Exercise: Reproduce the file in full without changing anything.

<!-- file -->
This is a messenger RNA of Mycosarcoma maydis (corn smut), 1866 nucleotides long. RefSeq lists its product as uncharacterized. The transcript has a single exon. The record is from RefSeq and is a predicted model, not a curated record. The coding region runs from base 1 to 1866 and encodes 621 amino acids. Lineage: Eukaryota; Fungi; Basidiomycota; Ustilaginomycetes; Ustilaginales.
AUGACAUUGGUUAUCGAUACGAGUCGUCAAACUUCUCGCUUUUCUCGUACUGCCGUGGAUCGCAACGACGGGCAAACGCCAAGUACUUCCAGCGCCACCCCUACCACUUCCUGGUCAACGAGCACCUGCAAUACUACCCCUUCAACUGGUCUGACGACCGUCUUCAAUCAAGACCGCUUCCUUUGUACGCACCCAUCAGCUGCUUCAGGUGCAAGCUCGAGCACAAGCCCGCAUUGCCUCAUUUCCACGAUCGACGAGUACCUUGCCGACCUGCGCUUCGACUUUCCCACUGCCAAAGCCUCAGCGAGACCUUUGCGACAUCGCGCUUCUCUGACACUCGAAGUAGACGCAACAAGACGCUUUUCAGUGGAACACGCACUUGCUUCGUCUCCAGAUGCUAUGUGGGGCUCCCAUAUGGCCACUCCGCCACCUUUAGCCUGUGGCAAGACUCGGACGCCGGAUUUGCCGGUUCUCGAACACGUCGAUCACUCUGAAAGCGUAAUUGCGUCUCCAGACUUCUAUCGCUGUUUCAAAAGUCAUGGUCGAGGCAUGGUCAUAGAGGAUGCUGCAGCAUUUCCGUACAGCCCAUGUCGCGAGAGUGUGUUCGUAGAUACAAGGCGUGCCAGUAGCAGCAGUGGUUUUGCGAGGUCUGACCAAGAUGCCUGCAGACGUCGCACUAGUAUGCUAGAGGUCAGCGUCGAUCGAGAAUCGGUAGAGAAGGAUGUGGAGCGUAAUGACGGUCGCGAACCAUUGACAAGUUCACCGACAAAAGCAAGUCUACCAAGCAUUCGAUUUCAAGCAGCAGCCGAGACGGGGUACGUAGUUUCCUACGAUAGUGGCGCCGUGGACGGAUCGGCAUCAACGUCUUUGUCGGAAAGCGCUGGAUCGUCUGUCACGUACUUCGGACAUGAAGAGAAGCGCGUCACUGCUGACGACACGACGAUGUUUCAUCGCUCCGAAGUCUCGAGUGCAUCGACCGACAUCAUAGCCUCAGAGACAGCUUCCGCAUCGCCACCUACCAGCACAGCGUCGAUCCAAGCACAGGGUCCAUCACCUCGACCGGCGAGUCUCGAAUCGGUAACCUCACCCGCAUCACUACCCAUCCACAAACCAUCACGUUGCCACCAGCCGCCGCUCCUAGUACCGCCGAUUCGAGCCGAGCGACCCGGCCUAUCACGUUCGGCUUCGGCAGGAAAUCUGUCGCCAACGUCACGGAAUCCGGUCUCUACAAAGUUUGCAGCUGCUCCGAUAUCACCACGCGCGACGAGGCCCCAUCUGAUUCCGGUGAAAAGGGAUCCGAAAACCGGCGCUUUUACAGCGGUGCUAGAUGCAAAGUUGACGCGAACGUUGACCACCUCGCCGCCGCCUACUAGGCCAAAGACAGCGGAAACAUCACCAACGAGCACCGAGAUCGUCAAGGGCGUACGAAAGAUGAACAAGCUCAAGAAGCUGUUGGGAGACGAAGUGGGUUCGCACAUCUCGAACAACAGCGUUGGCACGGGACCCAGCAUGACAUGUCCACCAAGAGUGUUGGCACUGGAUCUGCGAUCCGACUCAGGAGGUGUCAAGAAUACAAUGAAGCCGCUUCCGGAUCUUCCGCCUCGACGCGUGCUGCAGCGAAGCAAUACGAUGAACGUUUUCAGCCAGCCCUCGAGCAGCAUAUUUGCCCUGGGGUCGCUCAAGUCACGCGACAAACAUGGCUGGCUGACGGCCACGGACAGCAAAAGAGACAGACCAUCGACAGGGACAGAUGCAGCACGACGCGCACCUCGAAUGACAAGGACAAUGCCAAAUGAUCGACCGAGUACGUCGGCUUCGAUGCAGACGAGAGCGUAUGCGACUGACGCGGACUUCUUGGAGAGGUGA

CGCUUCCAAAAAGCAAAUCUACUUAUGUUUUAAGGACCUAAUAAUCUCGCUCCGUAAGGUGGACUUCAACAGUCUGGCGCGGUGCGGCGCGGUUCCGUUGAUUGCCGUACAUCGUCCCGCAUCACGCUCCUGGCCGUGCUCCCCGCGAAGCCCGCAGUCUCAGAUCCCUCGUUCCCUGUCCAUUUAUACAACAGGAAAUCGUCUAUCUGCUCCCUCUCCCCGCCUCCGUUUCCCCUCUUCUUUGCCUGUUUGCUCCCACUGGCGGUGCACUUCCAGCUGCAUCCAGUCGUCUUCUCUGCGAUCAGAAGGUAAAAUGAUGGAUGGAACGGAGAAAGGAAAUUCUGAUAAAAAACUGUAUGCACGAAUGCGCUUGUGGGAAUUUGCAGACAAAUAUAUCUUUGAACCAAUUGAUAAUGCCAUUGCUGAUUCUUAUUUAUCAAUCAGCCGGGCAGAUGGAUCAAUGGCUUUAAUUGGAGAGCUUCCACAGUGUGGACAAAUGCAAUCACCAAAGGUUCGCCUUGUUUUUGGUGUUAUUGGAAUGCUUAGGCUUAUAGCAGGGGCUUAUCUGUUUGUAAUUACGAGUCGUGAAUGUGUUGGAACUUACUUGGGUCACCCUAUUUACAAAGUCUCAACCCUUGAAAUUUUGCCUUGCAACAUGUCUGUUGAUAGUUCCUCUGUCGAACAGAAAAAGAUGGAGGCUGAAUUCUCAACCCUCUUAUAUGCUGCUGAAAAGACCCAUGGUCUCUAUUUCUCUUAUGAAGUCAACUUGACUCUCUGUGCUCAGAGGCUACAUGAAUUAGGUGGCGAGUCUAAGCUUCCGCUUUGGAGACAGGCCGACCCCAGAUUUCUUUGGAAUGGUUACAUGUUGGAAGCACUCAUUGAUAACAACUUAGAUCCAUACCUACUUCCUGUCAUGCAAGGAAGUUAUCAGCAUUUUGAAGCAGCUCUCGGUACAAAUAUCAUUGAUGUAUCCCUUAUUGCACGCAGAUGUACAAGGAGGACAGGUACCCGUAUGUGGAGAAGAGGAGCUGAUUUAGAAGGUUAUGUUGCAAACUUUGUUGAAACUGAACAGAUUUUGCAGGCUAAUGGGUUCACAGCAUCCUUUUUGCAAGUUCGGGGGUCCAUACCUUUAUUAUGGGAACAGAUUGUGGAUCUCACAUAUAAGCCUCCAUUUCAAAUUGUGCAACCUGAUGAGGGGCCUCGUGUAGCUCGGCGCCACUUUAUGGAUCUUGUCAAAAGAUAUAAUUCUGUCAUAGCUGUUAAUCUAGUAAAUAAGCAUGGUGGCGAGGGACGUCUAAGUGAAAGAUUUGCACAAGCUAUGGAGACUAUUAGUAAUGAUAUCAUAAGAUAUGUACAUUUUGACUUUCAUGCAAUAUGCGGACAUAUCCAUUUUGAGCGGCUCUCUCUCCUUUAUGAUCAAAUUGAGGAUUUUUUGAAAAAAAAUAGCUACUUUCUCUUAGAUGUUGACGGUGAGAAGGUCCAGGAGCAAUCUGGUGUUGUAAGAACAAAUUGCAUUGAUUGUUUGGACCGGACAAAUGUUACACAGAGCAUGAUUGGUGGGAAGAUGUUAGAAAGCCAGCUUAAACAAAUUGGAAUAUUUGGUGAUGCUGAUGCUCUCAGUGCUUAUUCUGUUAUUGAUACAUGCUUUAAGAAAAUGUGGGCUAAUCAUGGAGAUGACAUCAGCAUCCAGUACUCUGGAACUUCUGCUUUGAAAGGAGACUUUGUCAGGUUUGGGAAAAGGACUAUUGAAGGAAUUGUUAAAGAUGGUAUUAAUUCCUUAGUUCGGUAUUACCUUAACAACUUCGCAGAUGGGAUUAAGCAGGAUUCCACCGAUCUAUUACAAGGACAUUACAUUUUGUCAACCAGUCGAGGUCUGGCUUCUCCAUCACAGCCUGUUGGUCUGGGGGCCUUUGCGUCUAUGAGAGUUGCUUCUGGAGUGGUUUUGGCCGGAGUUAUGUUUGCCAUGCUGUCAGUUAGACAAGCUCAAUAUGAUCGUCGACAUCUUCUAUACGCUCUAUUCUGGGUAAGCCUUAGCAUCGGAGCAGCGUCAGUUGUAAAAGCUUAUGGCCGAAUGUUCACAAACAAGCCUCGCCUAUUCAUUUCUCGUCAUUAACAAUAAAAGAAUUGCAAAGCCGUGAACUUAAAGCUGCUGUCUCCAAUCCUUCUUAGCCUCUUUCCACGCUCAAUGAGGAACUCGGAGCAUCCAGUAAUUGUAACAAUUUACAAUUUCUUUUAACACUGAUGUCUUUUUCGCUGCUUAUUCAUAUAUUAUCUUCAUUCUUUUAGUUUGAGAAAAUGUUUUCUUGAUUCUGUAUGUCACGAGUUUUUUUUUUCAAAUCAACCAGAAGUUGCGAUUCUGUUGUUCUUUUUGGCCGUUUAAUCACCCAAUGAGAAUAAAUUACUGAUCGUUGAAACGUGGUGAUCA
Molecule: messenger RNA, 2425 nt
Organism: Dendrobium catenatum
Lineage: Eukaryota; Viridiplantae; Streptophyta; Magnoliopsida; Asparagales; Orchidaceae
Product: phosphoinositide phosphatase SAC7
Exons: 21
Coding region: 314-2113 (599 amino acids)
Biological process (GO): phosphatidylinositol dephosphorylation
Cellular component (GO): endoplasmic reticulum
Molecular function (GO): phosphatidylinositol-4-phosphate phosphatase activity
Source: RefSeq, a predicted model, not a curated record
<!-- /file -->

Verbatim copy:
This is a messenger RNA of Mycosarcoma maydis (corn smut), 1866 nucleotides long. RefSeq lists its product as uncharacterized. The transcript has a single exon. The record is from RefSeq and is a predicted model, not a curated record. The coding region runs from base 1 to 1866 and encodes 621 amino acids. Lineage: Eukaryota; Fungi; Basidiomycota; Ustilaginomycetes; Ustilaginales.
AUGACAUUGGUUAUCGAUACGAGUCGUCAAACUUCUCGCUUUUCUCGUACUGCCGUGGAUCGCAACGACGGGCAAACGCCAAGUACUUCCAGCGCCACCCCUACCACUUCCUGGUCAACGAGCACCUGCAAUACUACCCCUUCAACUGGUCUGACGACCGUCUUCAAUCAAGACCGCUUCCUUUGUACGCACCCAUCAGCUGCUUCAGGUGCAAGCUCGAGCACAAGCCCGCAUUGCCUCAUUUCCACGAUCGACGAGUACCUUGCCGACCUGCGCUUCGACUUUCCCACUGCCAAAGCCUCAGCGAGACCUUUGCGACAUCGCGCUUCUCUGACACUCGAAGUAGACGCAACAAGACGCUUUUCAGUGGAACACGCACUUGCUUCGUCUCCAGAUGCUAUGUGGGGCUCCCAUAUGGCCACUCCGCCACCUUUAGCCUGUGGCAAGACUCGGACGCCGGAUUUGCCGGUUCUCGAACACGUCGAUCACUCUGAAAGCGUAAUUGCGUCUCCAGACUUCUAUCGCUGUUUCAAAAGUCAUGGUCGAGGCAUGGUCAUAGAGGAUGCUGCAGCAUUUCCGUACAGCCCAUGUCGCGAGAGUGUGUUCGUAGAUACAAGGCGUGCCAGUAGCAGCAGUGGUUUUGCGAGGUCUGACCAAGAUGCCUGCAGACGUCGCACUAGUAUGCUAGAGGUCAGCGUCGAUCGAGAAUCGGUAGAGAAGGAUGUGGAGCGUAAUGACGGUCGCGAACCAUUGACAAGUUCACCGACAAAAGCAAGUCUACCAAGCAUUCGAUUUCAAGCAGCAGCCGAGACGGGGUACGUAGUUUCCUACGAUAGUGGCGCCGUGGACGGAUCGGCAUCAACGUCUUUGUCGGAAAGCGCUGGAUCGUCUGUCACGUACUUCGGACAUGAAGAGAAGCGCGUCACUGCUGACGACACGACGAUGUUUCAUCGCUCCGAAGUCUCGAGUGCAUCGACCGACAUCAUAGCCUCAGAGACAGCUUCCGCAUCGCCACCUACCAGCACAGCGUCGAUCCAAGCACAGGGUCCAUCACCUCGACCGGCGAGUCUCGAAUCGGUAACCUCACCCGCAUCACUACCCAUCCACAAACCAUCACGUUGCCACCAGCCGCCGCUCCUAGUACCGCCGAUUCGAGCCGAGCGACCCGGCCUAUCACGUUCGGCUUCGGCAGGAAAUCUGUCGCCAACGUCACGGAAUCCGGUCUCUACAAAGUUUGCAGCUGCUCCGAUAUCACCACGCGCGACGAGGCCCCAUCUGAUUCCGGUGAAAAGGGAUCCGAAAACCGGCGCUUUUACAGCGGUGCUAGAUGCAAAGUUGACGCGAACGUUGACCACCUCGCCGCCGCCUACUAGGCCAAAGACAGCGGAAACAUCACCAACGAGCACCGAGAUCGUCAAGGGCGUACGAAAGAUGAACAAGCUCAAGAAGCUGUUGGGAGACGAAGUGGGUUCGCACAUCUCGAACAACAGCGUUGGCACGGGACCCAGCAUGACAUGUCCACCAAGAGUGUUGGCACUGGAUCUGCGAUCCGACUCAGGAGGUGUCAAGAAUACAAUGAAGCCGCUUCCGGAUCUUCCGCCUCGACGCGUGCUGCAGCGAAGCAAUACGAUGAACGUUUUCAGCCAGCCCUCGAGCAGCAUAUUUGCCCUGGGGUCGCUCAAGUCACGCGACAAACAUGGCUGGCUGACGGCCACGGACAGCAAAAGAGACAGACCAUCGACAGGGACAGAUGCAGCACGACGCGCACCUCGAAUGACAAGGACAAUGCCAAAUGAUCGACCGAGUACGUCGGCUUCGAUGCAGACGAGAGCGUAUGCGACUGACGCGGACUUCUUGGAGAGGUGA

CGCUUCCAAAAAGCAAAUCUACUUAUGUUUUAAGGACCUAAUAAUCUCGCUCCGUAAGGUGGACUUCAACAGUCUGGCGCGGUGCGGCGCGGUUCCGUUGAUUGCCGUACAUCGUCCCGCAUCACGCUCCUGGCCGUGCUCCCCGCGAAGCCCGCAGUCUCAGAUCCCUCGUUCCCUGUCCAUUUAUACAACAGGAAAUCGUCUAUCUGCUCCCUCUCCCCGCCUCCGUUUCCCCUCUUCUUUGCCUGUUUGCUCCCACUGGCGGUGCACUUCCAGCUGCAUCCAGUCGUCUUCUCUGCGAUCAGAAGGUAAAAUGAUGGAUGGAACGGAGAAAGGAAAUUCUGAUAAAAAACUGUAUGCACGAAUGCGCUUGUGGGAAUUUGCAGACAAAUAUAUCUUUGAACCAAUUGAUAAUGCCAUUGCUGAUUCUUAUUUAUCAAUCAGCCGGGCAGAUGGAUCAAUGGCUUUAAUUGGAGAGCUUCCACAGUGUGGACAAAUGCAAUCACCAAAGGUUCGCCUUGUUUUUGGUGUUAUUGGAAUGCUUAGGCUUAUAGCAGGGGCUUAUCUGUUUGUAAUUACGAGUCGUGAAUGUGUUGGAACUUACUUGGGUCACCCUAUUUACAAAGUCUCAACCCUUGAAAUUUUGCCUUGCAACAUGUCUGUUGAUAGUUCCUCUGUCGAACAGAAAAAGAUGGAGGCUGAAUUCUCAACCCUCUUAUAUGCUGCUGAAAAGACCCAUGGUCUCUAUUUCUCUUAUGAAGUCAACUUGACUCUCUGUGCUCAGAGGCUACAUGAAUUAGGUGGCGAGUCUAAGCUUCCGCUUUGGAGACAGGCCGACCCCAGAUUUCUUUGGAAUGGUUACAUGUUGGAAGCACUCAUUGAUAACAACUUAGAUCCAUACCUACUUCCUGUCAUGCAAGGAAGUUAUCAGCAUUUUGAAGCAGCUCUCGGUACAAAUAUCAUUGAUGUAUCCCUUAUUGCACGCAGAUGUACAAGGAGGACAGGUACCCGUAUGUGGAGAAGAGGAGCUGAUUUAGAAGGUUAUGUUGCAAACUUUGUUGAAACUGAACAGAUUUUGCAGGCUAAUGGGUUCACAGCAUCCUUUUUGCAAGUUCGGGGGUCCAUACCUUUAUUAUGGGAACAGAUUGUGGAUCUCACAUAUAAGCCUCCAUUUCAAAUUGUGCAACCUGAUGAGGGGCCUCGUGUAGCUCGGCGCCACUUUAUGGAUCUUGUCAAAAGAUAUAAUUCUGUCAUAGCUGUUAAUCUAGUAAAUAAGCAUGGUGGCGAGGGACGUCUAAGUGAAAGAUUUGCACAAGCUAUGGAGACUAUUAGUAAUGAUAUCAUAAGAUAUGUACAUUUUGACUUUCAUGCAAUAUGCGGACAUAUCCAUUUUGAGCGGCUCUCUCUCCUUUAUGAUCAAAUUGAGGAUUUUUUGAAAAAAAAUAGCUACUUUCUCUUAGAUGUUGACGGUGAGAAGGUCCAGGAGCAAUCUGGUGUUGUAAGAACAAAUUGCAUUGAUUGUUUGGACCGGACAAAUGUUACACAGAGCAUGAUUGGUGGGAAGAUGUUAGAAAGCCAGCUUAAACAAAUUGGAAUAUUUGGUGAUGCUGAUGCUCUCAGUGCUUAUUCUGUUAUUGAUACAUGCUUUAAGAAAAUGUGGGCUAAUCAUGGAGAUGACAUCAGCAUCCAGUACUCUGGAACUUCUGCUUUGAAAGGAGACUUUGUCAGGUUUGGGAAAAGGACUAUUGAAGGAAUUGUUAAAGAUGGUAUUAAUUCCUUAGUUCGGUAUUACCUUAACAACUUCGCAGAUGGGAUUAAGCAGGAUUCCACCGAUCUAUUACAAGGACAUUACAUUUUGUCAACCAGUCGAGGUCUGGCUUCUCCAUCACAGCCUGUUGGUCUGGGGGCCUUUGCGUCUAUGAGAGUUGCUUCUGGAGUGGUUUUGGCCGGAGUUAUGUUUGCCAUGCUGUCAGUUAGACAAGCUCAAUAUGAUCGUCGACAUCUUCUAUACGCUCUAUUCUGGGUAAGCCUUAGCAUCGGAGCAGCGUCAGUUGUAAAAGCUUAUGGCCGAAUGUUCACAAACAAGCCUCGCCUAUUCAUUUCUCGUCAUUAACAAUAAAAGAAUUGCAAAGCCGUGAACUUAAAGCUGCUGUCUCCAAUCCUUCUUAGCCUCUUUCCACGCUCAAUGAGGAACUCGGAGCAUCCAGUAAUUGUAACAAUUUACAAUUUCUUUUAACACUGAUGUCUUUUUCGCUGCUUAUUCAUAUAUUAUCUUCAUUCUUUUAGUUUGAGAAAAUGUUUUCUUGAUUCUGUAUGUCACGAGUUUUUUUUUUCAAAUCAACCAGAAGUUGCGAUUCUGUUGUUCUUUUUGGCCGUUUAAUCACCCAAUGAGAAUAAAUUACUGAUCGUUGAAACGUGGUGAUCA
Molecule: messenger RNA, 2425 nt
Organism: Dendrobium catenatum
Lineage: Eukaryota; Viridiplantae; Streptophyta; Magnoliopsida; Asparagales; Orchidaceae
Product: phosphoinositide phosphatase SAC7
Exons: 21
Coding region: 314-2113 (599 amino acids)
Biological process (GO): phosphatidylinositol dephosphorylation
Cellular component (GO): endoplasmic reticulum
Molecular function (GO): phosphatidylinositol-4-phosphate phosphatase activity
Source: RefSeq, a predicted model, not a curated record